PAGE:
Five before Midnight

This site is dedicated to the continuous oversight of the Riverside(CA)Police Department, which was formerly overseen by the state attorney general. This blog will hopefully play that role being free of City Hall's micromanagement.
"The horror of that moment," the King went on, "I shall never, never forget." "You will though," the Queen said, "if you don't make a memorandum of it." --Lewis Carroll


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Location: RiverCity, Inland Empire

Saturday, January 20, 2007

Disparities and decisions

Dana Parsons, who writes columns for the Los Angeles Times commented on the decision of the Orange County District Attorney's office not to prosecute the Huntington Beach Police Department officers who shot and killed Ashley MacDonald after she brandished a knife at them.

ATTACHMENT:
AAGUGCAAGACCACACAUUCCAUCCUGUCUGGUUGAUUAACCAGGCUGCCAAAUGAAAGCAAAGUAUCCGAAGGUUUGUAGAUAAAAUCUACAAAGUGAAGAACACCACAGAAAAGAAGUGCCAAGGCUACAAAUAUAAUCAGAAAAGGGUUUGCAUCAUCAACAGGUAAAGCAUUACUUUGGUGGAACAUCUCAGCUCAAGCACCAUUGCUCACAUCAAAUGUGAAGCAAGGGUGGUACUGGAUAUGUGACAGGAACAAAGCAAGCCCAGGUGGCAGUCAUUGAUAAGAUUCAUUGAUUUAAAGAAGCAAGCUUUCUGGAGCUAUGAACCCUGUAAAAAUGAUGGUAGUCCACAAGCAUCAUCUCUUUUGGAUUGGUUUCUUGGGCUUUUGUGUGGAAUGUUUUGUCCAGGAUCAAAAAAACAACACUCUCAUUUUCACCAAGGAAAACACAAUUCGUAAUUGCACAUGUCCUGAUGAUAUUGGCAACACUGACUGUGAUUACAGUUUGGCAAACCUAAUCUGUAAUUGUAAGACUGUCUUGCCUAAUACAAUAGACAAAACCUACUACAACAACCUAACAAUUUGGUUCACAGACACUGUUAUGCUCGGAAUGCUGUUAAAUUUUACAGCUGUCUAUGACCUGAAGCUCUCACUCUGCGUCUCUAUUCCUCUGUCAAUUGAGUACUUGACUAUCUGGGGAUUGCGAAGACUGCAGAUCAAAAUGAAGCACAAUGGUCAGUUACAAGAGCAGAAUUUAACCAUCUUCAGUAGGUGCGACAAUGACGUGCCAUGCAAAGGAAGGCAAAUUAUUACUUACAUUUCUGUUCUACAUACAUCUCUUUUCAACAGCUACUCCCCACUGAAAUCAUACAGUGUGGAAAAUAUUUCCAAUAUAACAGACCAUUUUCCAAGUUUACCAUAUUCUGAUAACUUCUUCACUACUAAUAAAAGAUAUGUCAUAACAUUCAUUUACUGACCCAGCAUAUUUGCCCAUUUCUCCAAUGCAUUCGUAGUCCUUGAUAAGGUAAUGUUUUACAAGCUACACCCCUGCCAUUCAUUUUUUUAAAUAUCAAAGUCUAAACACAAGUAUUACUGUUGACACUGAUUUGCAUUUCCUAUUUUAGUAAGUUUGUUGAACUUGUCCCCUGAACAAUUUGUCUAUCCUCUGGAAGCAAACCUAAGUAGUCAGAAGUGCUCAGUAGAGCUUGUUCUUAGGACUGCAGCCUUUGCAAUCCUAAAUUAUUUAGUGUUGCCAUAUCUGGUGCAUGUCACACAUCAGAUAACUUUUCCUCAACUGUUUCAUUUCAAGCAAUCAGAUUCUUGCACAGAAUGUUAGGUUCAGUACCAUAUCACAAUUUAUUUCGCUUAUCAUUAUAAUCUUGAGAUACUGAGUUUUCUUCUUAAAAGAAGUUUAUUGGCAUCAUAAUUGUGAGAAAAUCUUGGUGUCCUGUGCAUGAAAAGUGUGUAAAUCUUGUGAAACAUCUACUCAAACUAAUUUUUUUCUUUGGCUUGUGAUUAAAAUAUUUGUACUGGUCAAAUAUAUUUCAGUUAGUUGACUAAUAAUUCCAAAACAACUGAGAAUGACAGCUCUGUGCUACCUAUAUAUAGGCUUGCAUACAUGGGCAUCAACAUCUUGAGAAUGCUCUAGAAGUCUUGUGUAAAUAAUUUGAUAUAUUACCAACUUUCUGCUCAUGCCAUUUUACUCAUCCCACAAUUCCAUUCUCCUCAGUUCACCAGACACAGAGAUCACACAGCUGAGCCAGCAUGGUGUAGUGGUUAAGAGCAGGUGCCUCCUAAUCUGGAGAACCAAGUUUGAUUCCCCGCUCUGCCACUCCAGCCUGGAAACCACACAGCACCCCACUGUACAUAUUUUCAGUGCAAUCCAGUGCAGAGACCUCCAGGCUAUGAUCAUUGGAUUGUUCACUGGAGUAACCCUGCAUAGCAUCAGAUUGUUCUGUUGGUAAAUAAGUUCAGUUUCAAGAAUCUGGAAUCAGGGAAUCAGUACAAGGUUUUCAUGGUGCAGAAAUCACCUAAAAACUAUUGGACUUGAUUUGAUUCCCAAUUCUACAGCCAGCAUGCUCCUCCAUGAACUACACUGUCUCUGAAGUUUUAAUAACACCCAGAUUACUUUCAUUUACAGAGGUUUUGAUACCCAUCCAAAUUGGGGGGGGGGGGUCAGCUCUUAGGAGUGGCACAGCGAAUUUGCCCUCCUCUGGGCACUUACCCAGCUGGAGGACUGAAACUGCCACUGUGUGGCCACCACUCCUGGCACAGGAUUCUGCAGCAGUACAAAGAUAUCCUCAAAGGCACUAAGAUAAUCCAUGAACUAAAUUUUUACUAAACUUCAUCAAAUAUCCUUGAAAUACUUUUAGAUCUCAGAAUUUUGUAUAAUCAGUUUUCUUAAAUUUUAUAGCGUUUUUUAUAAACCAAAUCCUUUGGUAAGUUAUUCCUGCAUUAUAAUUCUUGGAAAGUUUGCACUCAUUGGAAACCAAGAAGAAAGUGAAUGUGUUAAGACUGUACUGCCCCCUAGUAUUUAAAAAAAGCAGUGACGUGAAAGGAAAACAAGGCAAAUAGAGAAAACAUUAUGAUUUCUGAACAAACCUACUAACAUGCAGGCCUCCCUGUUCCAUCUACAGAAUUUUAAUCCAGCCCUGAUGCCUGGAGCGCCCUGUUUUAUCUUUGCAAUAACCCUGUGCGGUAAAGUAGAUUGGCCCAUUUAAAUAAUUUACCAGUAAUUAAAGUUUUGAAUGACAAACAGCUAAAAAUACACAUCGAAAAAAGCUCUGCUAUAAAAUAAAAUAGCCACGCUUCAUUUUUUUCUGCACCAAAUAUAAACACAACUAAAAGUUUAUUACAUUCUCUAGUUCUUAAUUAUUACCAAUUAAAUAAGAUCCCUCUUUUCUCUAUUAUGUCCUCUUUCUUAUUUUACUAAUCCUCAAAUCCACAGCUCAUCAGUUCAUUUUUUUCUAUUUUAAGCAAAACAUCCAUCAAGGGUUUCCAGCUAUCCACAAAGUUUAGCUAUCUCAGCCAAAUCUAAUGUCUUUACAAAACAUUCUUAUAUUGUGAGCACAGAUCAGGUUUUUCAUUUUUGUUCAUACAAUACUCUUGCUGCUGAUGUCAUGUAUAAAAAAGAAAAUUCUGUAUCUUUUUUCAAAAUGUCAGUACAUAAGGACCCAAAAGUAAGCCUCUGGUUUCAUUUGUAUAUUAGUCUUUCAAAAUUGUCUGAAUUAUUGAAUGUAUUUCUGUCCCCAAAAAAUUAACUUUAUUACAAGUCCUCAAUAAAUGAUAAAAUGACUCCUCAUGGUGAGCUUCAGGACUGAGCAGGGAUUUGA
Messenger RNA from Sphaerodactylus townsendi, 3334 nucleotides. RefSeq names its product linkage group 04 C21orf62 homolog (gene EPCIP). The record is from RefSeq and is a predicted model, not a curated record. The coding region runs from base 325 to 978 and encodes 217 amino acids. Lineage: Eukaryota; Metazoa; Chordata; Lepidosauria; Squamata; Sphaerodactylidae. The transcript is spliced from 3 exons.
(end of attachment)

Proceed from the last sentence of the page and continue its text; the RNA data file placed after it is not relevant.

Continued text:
The danger looks bigger

If you remember, this shooting fostered a lot of discussion in the disparities between different law enforcement agencies even in the same county, as to what less lethal options are made available to them. Before MacDonald was shot and killed, officers had been trying to locate one of the department's few pepperball launchers and were in the process of loading one when the shooting occurred.

More information on the MacDonald case is below.

Orange County Register: Probe clears officers

Los Angeles Times: Officers cleared in MacDonald case

An interesting situation arises in communities here when you ask residents what they are thinking when they learn of cases where district attorneys decide not to file criminal charges against officers involved in onduty shootings. In response, usually they just shrug their shoulders and say, that's not news. And in a sense, they are right.

Indeed, when you look at the record of both county prosecutory agencies in the Inland Empire, both of them have only filed criminal charges against law enforcement officers involved in onduty shootings once in their respective histories.